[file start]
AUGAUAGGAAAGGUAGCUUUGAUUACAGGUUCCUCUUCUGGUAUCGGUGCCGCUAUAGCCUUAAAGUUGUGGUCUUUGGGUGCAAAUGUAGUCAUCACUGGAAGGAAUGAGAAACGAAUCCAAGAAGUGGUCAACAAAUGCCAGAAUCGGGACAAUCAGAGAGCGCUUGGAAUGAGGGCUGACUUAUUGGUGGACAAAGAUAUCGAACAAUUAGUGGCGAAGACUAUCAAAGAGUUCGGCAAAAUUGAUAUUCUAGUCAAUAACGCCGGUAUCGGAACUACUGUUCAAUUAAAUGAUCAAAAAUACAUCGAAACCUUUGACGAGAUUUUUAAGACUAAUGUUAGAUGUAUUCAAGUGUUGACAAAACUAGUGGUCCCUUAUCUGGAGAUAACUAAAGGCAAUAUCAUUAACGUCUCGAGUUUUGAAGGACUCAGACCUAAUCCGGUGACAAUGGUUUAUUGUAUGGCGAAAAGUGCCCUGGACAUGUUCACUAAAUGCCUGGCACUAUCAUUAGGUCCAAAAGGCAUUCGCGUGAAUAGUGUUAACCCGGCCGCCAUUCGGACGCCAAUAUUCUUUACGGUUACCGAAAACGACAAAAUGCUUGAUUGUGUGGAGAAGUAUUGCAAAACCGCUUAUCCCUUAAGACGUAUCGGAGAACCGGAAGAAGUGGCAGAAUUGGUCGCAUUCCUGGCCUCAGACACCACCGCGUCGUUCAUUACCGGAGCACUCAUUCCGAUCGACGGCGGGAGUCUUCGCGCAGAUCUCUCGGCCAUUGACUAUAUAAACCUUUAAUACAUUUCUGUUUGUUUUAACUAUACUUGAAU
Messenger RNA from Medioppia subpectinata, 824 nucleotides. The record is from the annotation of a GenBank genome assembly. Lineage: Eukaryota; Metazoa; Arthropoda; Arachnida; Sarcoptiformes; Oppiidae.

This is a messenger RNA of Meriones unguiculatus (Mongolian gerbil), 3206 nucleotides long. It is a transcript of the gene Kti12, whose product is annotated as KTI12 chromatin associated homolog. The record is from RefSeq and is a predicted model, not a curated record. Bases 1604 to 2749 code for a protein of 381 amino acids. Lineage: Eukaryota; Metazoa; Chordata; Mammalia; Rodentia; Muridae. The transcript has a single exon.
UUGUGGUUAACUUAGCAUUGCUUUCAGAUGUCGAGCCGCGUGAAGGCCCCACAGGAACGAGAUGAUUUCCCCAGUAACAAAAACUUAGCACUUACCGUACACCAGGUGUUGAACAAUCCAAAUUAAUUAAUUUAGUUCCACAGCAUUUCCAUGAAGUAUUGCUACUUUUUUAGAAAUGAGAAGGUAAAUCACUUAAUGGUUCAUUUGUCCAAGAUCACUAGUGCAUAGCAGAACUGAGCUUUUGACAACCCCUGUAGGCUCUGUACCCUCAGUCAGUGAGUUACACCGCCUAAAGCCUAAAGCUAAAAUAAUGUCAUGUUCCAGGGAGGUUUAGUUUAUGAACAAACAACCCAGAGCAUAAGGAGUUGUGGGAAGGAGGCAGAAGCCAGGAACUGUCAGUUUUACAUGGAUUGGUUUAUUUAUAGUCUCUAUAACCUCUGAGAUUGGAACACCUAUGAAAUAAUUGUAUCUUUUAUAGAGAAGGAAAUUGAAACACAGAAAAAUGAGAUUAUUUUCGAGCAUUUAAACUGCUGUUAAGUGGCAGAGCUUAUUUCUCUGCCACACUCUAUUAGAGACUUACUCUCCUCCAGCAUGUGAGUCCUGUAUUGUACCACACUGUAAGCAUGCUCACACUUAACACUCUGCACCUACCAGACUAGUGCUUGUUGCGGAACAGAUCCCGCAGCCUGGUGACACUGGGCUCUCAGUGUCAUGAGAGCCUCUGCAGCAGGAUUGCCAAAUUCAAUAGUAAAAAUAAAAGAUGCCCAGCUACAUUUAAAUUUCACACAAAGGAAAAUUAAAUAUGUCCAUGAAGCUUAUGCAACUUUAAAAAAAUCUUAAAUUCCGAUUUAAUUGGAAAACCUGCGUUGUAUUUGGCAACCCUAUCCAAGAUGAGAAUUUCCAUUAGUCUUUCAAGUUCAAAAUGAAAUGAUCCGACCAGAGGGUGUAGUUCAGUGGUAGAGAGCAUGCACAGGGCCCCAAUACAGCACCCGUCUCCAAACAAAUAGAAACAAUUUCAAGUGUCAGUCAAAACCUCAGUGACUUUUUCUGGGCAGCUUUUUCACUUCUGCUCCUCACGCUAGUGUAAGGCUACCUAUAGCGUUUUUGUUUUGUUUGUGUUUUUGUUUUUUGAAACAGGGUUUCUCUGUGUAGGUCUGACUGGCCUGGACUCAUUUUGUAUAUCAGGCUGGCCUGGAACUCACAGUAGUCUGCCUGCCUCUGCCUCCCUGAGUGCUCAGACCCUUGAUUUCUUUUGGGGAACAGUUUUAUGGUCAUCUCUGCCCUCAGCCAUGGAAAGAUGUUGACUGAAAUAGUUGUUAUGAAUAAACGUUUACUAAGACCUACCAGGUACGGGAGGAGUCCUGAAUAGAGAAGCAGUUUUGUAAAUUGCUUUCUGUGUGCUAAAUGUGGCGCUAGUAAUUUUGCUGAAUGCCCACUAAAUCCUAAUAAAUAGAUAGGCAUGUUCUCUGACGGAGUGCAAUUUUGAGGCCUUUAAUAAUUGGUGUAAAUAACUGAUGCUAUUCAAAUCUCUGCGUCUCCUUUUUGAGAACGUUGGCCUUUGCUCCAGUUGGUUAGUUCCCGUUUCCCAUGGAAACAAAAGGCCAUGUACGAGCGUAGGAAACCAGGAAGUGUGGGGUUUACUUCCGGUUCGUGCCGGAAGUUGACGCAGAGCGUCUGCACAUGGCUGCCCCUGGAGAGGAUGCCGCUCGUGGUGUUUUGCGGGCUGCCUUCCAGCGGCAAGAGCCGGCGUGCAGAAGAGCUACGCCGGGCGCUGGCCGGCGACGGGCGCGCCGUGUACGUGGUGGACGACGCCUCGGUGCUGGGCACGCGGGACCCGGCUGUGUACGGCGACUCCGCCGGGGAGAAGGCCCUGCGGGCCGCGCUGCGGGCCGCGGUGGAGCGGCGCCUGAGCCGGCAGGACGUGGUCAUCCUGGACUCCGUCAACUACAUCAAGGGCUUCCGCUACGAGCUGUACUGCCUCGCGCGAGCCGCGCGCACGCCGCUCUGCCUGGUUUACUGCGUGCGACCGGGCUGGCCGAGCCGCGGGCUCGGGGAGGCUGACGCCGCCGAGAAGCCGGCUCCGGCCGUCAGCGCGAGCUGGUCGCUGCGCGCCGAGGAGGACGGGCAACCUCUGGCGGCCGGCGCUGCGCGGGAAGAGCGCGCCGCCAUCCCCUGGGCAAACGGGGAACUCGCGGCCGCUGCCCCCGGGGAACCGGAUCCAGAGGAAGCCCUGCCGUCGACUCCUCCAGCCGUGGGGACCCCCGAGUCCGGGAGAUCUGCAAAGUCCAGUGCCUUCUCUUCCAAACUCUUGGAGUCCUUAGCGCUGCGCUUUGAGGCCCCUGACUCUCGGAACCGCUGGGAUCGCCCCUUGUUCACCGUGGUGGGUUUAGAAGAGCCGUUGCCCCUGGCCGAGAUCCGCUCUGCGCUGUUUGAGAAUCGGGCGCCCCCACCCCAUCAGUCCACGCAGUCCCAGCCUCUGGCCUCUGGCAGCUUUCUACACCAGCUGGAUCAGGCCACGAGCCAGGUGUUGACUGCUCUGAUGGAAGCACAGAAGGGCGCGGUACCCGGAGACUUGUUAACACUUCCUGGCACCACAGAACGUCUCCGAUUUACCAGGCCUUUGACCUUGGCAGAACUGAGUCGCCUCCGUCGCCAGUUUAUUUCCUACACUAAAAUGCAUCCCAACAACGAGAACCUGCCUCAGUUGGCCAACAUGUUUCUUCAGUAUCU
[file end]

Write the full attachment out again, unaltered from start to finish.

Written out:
AUGAUAGGAAAGGUAGCUUUGAUUACAGGUUCCUCUUCUGGUAUCGGUGCCGCUAUAGCCUUAAAGUUGUGGUCUUUGGGUGCAAAUGUAGUCAUCACUGGAAGGAAUGAGAAACGAAUCCAAGAAGUGGUCAACAAAUGCCAGAAUCGGGACAAUCAGAGAGCGCUUGGAAUGAGGGCUGACUUAUUGGUGGACAAAGAUAUCGAACAAUUAGUGGCGAAGACUAUCAAAGAGUUCGGCAAAAUUGAUAUUCUAGUCAAUAACGCCGGUAUCGGAACUACUGUUCAAUUAAAUGAUCAAAAAUACAUCGAAACCUUUGACGAGAUUUUUAAGACUAAUGUUAGAUGUAUUCAAGUGUUGACAAAACUAGUGGUCCCUUAUCUGGAGAUAACUAAAGGCAAUAUCAUUAACGUCUCGAGUUUUGAAGGACUCAGACCUAAUCCGGUGACAAUGGUUUAUUGUAUGGCGAAAAGUGCCCUGGACAUGUUCACUAAAUGCCUGGCACUAUCAUUAGGUCCAAAAGGCAUUCGCGUGAAUAGUGUUAACCCGGCCGCCAUUCGGACGCCAAUAUUCUUUACGGUUACCGAAAACGACAAAAUGCUUGAUUGUGUGGAGAAGUAUUGCAAAACCGCUUAUCCCUUAAGACGUAUCGGAGAACCGGAAGAAGUGGCAGAAUUGGUCGCAUUCCUGGCCUCAGACACCACCGCGUCGUUCAUUACCGGAGCACUCAUUCCGAUCGACGGCGGGAGUCUUCGCGCAGAUCUCUCGGCCAUUGACUAUAUAAACCUUUAAUACAUUUCUGUUUGUUUUAACUAUACUUGAAU
Messenger RNA from Medioppia subpectinata, 824 nucleotides. The record is from the annotation of a GenBank genome assembly. Lineage: Eukaryota; Metazoa; Arthropoda; Arachnida; Sarcoptiformes; Oppiidae.

This is a messenger RNA of Meriones unguiculatus (Mongolian gerbil), 3206 nucleotides long. It is a transcript of the gene Kti12, whose product is annotated as KTI12 chromatin associated homolog. The record is from RefSeq and is a predicted model, not a curated record. Bases 1604 to 2749 code for a protein of 381 amino acids. Lineage: Eukaryota; Metazoa; Chordata; Mammalia; Rodentia; Muridae. The transcript has a single exon.
UUGUGGUUAACUUAGCAUUGCUUUCAGAUGUCGAGCCGCGUGAAGGCCCCACAGGAACGAGAUGAUUUCCCCAGUAACAAAAACUUAGCACUUACCGUACACCAGGUGUUGAACAAUCCAAAUUAAUUAAUUUAGUUCCACAGCAUUUCCAUGAAGUAUUGCUACUUUUUUAGAAAUGAGAAGGUAAAUCACUUAAUGGUUCAUUUGUCCAAGAUCACUAGUGCAUAGCAGAACUGAGCUUUUGACAACCCCUGUAGGCUCUGUACCCUCAGUCAGUGAGUUACACCGCCUAAAGCCUAAAGCUAAAAUAAUGUCAUGUUCCAGGGAGGUUUAGUUUAUGAACAAACAACCCAGAGCAUAAGGAGUUGUGGGAAGGAGGCAGAAGCCAGGAACUGUCAGUUUUACAUGGAUUGGUUUAUUUAUAGUCUCUAUAACCUCUGAGAUUGGAACACCUAUGAAAUAAUUGUAUCUUUUAUAGAGAAGGAAAUUGAAACACAGAAAAAUGAGAUUAUUUUCGAGCAUUUAAACUGCUGUUAAGUGGCAGAGCUUAUUUCUCUGCCACACUCUAUUAGAGACUUACUCUCCUCCAGCAUGUGAGUCCUGUAUUGUACCACACUGUAAGCAUGCUCACACUUAACACUCUGCACCUACCAGACUAGUGCUUGUUGCGGAACAGAUCCCGCAGCCUGGUGACACUGGGCUCUCAGUGUCAUGAGAGCCUCUGCAGCAGGAUUGCCAAAUUCAAUAGUAAAAAUAAAAGAUGCCCAGCUACAUUUAAAUUUCACACAAAGGAAAAUUAAAUAUGUCCAUGAAGCUUAUGCAACUUUAAAAAAAUCUUAAAUUCCGAUUUAAUUGGAAAACCUGCGUUGUAUUUGGCAACCCUAUCCAAGAUGAGAAUUUCCAUUAGUCUUUCAAGUUCAAAAUGAAAUGAUCCGACCAGAGGGUGUAGUUCAGUGGUAGAGAGCAUGCACAGGGCCCCAAUACAGCACCCGUCUCCAAACAAAUAGAAACAAUUUCAAGUGUCAGUCAAAACCUCAGUGACUUUUUCUGGGCAGCUUUUUCACUUCUGCUCCUCACGCUAGUGUAAGGCUACCUAUAGCGUUUUUGUUUUGUUUGUGUUUUUGUUUUUUGAAACAGGGUUUCUCUGUGUAGGUCUGACUGGCCUGGACUCAUUUUGUAUAUCAGGCUGGCCUGGAACUCACAGUAGUCUGCCUGCCUCUGCCUCCCUGAGUGCUCAGACCCUUGAUUUCUUUUGGGGAACAGUUUUAUGGUCAUCUCUGCCCUCAGCCAUGGAAAGAUGUUGACUGAAAUAGUUGUUAUGAAUAAACGUUUACUAAGACCUACCAGGUACGGGAGGAGUCCUGAAUAGAGAAGCAGUUUUGUAAAUUGCUUUCUGUGUGCUAAAUGUGGCGCUAGUAAUUUUGCUGAAUGCCCACUAAAUCCUAAUAAAUAGAUAGGCAUGUUCUCUGACGGAGUGCAAUUUUGAGGCCUUUAAUAAUUGGUGUAAAUAACUGAUGCUAUUCAAAUCUCUGCGUCUCCUUUUUGAGAACGUUGGCCUUUGCUCCAGUUGGUUAGUUCCCGUUUCCCAUGGAAACAAAAGGCCAUGUACGAGCGUAGGAAACCAGGAAGUGUGGGGUUUACUUCCGGUUCGUGCCGGAAGUUGACGCAGAGCGUCUGCACAUGGCUGCCCCUGGAGAGGAUGCCGCUCGUGGUGUUUUGCGGGCUGCCUUCCAGCGGCAAGAGCCGGCGUGCAGAAGAGCUACGCCGGGCGCUGGCCGGCGACGGGCGCGCCGUGUACGUGGUGGACGACGCCUCGGUGCUGGGCACGCGGGACCCGGCUGUGUACGGCGACUCCGCCGGGGAGAAGGCCCUGCGGGCCGCGCUGCGGGCCGCGGUGGAGCGGCGCCUGAGCCGGCAGGACGUGGUCAUCCUGGACUCCGUCAACUACAUCAAGGGCUUCCGCUACGAGCUGUACUGCCUCGCGCGAGCCGCGCGCACGCCGCUCUGCCUGGUUUACUGCGUGCGACCGGGCUGGCCGAGCCGCGGGCUCGGGGAGGCUGACGCCGCCGAGAAGCCGGCUCCGGCCGUCAGCGCGAGCUGGUCGCUGCGCGCCGAGGAGGACGGGCAACCUCUGGCGGCCGGCGCUGCGCGGGAAGAGCGCGCCGCCAUCCCCUGGGCAAACGGGGAACUCGCGGCCGCUGCCCCCGGGGAACCGGAUCCAGAGGAAGCCCUGCCGUCGACUCCUCCAGCCGUGGGGACCCCCGAGUCCGGGAGAUCUGCAAAGUCCAGUGCCUUCUCUUCCAAACUCUUGGAGUCCUUAGCGCUGCGCUUUGAGGCCCCUGACUCUCGGAACCGCUGGGAUCGCCCCUUGUUCACCGUGGUGGGUUUAGAAGAGCCGUUGCCCCUGGCCGAGAUCCGCUCUGCGCUGUUUGAGAAUCGGGCGCCCCCACCCCAUCAGUCCACGCAGUCCCAGCCUCUGGCCUCUGGCAGCUUUCUACACCAGCUGGAUCAGGCCACGAGCCAGGUGUUGACUGCUCUGAUGGAAGCACAGAAGGGCGCGGUACCCGGAGACUUGUUAACACUUCCUGGCACCACAGAACGUCUCCGAUUUACCAGGCCUUUGACCUUGGCAGAACUGAGUCGCCUCCGUCGCCAGUUUAUUUCCUACACUAAAAUGCAUCCCAACAACGAGAACCUGCCUCAGUUGGCCAACAUGUUUCUUCAGUAUCU